Well it’s official, I have my new stems cells and a new birthday.
Admissions was a breeze and within a couple of hours I was all set for my first round of chemo. So that I don’t get lonesome while here, they’ve hooked me up with a partner 24 hours a day (you may remember Olive Oil from my last stay. This is her big more aggressive sister ….Posion IVy). She can be pretty nasty at times, like when she’s pumping double doses of chemo. She’s not the prettiest thing, skinny as a pole but with more pumps than a water treatment plant. We are about as close as you can get without a marriage license, literally attached at the chest (Pam won’t admit it but I think she’s getting jealous). She doesn’t talk much but unfortunately she has an annoying beeping sound (think Road Runner cartoon), and an incessant rattle when I take her for walks. When we come down the hall we sound like a rattling old trash truck backing up (beep- beep, rattle, rattle, rattle….there’s probably a beat for a song in there somewhere) .
There are approximately 20 rooms on the floor (transplant/serious cancer treatment ward) and most of the time they are fully occupied. While most patients are not here for 30+ days there are a few like me. There’s no place on the floor for socialization and given most people are in semi-isolation the only place you meet is walking the floor (kind of like parents meeting when they take their kids to soccer practices/games). There’s a protocol for walking the floor that I’m just beginning to figure out. After a couple of near misses with the nurses they have decided I need more of a challenge to slow me down so they have started putting obstacles in the hall to make the walks more challenging. It’s like I have my own Tough Mudder/Spartan Race going on the 5th floor of the hospital.
As you might imagine, good hygiene is critical, especially given the inability to fight infections and the highly toxic nature of the chemo. Because the chemo literally oozes through your pores, I’m supposed to shower twice a day to wash it off and keep my clothes from becoming a waste treatment project. We literally have to put them in plastic bags and Pam has to wash them separate from other clothes. And no…they don’t glow in the dark. Yet.
Having gone through that nasty phase when the hair comes off in clumps and the soap looks like a chia pet after showers, (BTW Walmart now sells a Trump Chia Pet. Not sure how the comb-over works) hygiene is a bit easier for the “hairless wonder”. The biggest challenge is keeping the chest port and bandage dry. We cover it in this miracle wrap call Glad Press and Seal. Amazing stuff, sticks like a second skin when applied and then peels off easily when you are done.
We did a week of chemo (three different kinds to make sure we kill off everything) followed by a day and a half of rest before doing the transplant. Much like last time I lost the sense of taste in the first few days and the few things I could eat (pudding, ice cream, Italian ice) all tastes like chewing on a rusty shovel. There’s a sense of irony that now that I can eat anything I want to keep my strength up I have no appetite.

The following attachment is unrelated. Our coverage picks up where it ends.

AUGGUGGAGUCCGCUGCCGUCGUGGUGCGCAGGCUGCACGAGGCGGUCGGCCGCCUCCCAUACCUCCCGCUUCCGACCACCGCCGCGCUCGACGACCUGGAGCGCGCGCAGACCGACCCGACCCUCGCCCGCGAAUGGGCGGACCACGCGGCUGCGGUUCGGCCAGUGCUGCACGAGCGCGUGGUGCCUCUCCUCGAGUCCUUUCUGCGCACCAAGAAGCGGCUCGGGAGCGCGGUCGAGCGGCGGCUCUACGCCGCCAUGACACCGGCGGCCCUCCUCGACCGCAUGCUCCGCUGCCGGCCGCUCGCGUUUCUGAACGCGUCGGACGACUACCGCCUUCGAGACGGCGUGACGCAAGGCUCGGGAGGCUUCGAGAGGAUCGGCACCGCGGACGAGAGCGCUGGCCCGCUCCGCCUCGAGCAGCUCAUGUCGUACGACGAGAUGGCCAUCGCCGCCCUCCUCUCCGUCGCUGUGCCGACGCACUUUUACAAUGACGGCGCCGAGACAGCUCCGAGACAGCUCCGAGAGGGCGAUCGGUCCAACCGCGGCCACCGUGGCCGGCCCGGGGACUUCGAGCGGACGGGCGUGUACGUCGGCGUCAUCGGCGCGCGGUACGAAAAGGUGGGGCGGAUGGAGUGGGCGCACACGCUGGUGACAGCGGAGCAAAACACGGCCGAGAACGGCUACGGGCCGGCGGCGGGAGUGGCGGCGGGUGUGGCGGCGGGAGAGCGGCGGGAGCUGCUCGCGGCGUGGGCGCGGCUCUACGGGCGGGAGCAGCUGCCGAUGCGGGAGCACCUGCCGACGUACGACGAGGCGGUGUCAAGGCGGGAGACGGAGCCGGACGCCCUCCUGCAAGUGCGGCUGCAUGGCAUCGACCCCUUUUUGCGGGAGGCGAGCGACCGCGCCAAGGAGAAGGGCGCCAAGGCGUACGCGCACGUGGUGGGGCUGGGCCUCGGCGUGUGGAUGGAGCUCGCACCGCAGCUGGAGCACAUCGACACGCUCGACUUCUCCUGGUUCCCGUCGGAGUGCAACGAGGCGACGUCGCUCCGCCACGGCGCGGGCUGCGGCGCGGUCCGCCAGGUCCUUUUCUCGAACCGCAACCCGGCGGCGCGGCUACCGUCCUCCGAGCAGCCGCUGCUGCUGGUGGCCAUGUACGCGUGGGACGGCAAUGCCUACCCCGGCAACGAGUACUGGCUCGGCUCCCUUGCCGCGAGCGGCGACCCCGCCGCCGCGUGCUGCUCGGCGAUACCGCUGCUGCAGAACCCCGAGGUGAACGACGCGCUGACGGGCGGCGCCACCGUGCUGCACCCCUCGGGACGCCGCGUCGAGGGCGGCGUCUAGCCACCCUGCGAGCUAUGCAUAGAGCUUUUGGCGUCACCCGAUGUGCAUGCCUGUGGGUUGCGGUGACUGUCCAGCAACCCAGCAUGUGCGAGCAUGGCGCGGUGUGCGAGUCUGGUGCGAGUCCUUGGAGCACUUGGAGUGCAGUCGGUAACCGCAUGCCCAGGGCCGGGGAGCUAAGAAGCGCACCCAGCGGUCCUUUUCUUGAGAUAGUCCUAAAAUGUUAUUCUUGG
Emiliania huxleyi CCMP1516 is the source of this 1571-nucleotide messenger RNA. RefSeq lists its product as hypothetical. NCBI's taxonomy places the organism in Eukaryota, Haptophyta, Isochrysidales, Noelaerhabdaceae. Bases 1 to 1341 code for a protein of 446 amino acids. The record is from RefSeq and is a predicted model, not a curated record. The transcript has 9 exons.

The chemo is designed to wipe out your cell generation process so there is room for the new stem cells to come in and “graft” to the body. They first graft into the bone marrow to start producing healthy new white and red cells as well as platelets. Until they do (takes about 2 weeks) you get transplants of platelets and blood to replace what is not being produced by stem cells. Pretty interesting to watch if you don’t have to go through it as you can see which parts of the body react first to not getting new cells (mouth, throat, digestive system, skin, and hair). Mouth and digestive system are the worst. Mouth/tongue is so sore that just brushing tongue against your teeth is like licking electrical wires. Throat is so sore and constrained you literally can’t get a pill or a sip of water down. All your meds have to switch over to interveinous. I have a suction machine like at a dentist so I can clean any saliva or post nasal drip out of my mouth without swallowing. Feet and hands are the first to go on the skin. You molt your skin like a snake or it flakes of in chunks.
The goal for the next two weeks is just to get through this phase and have the new stem cells start to generate new cells to rebuild your body. There are lots of medications to treat each symptom as they come up and then drugs to treats the drugs you are taking for the symptoms. I’m not a big fan of pain medications but it was a necessary part of the regimen to get through the process and help the body recover.
We are now at 3 weeks from the start and two weeks from my graft and it looks like it’s moving smoothly. New cells are being generated and the body is starting to heal itself. But with Phase 1 over (start of grafting of the stem cells into bone marrow) Phase 2 is about to start. In an overdramatic depiction of phase 2 your body goes to war with itself. As the new cells try to take up residence in the organs there is wrestling smackdown, organ by organ (skin, kidney, liver, etc.). The process will take another 1+ weeks and with a lot of help from auto-immune drugs, determine if the new cells graft into the rest of your system smoothly. During that time your body is treated to wonderful reactions such as stomach cramps, nausea, diareah, muscle weakness, fatique, and headaches. All this while fevers are spiking periodically as the two sides slap each other around.
That brings us up to speed. I will be in the hospital another week as we work through the grafting and healing and then be staying at the Hope Lodge next to the hospital to be available for daily treatments for another 2 weeks or so. After that we play it by ear as the development of Graft vs Host (the fight for the organs) can take place over a longer 90-100 day period. Fingers crossed I’ll be home for Christmas.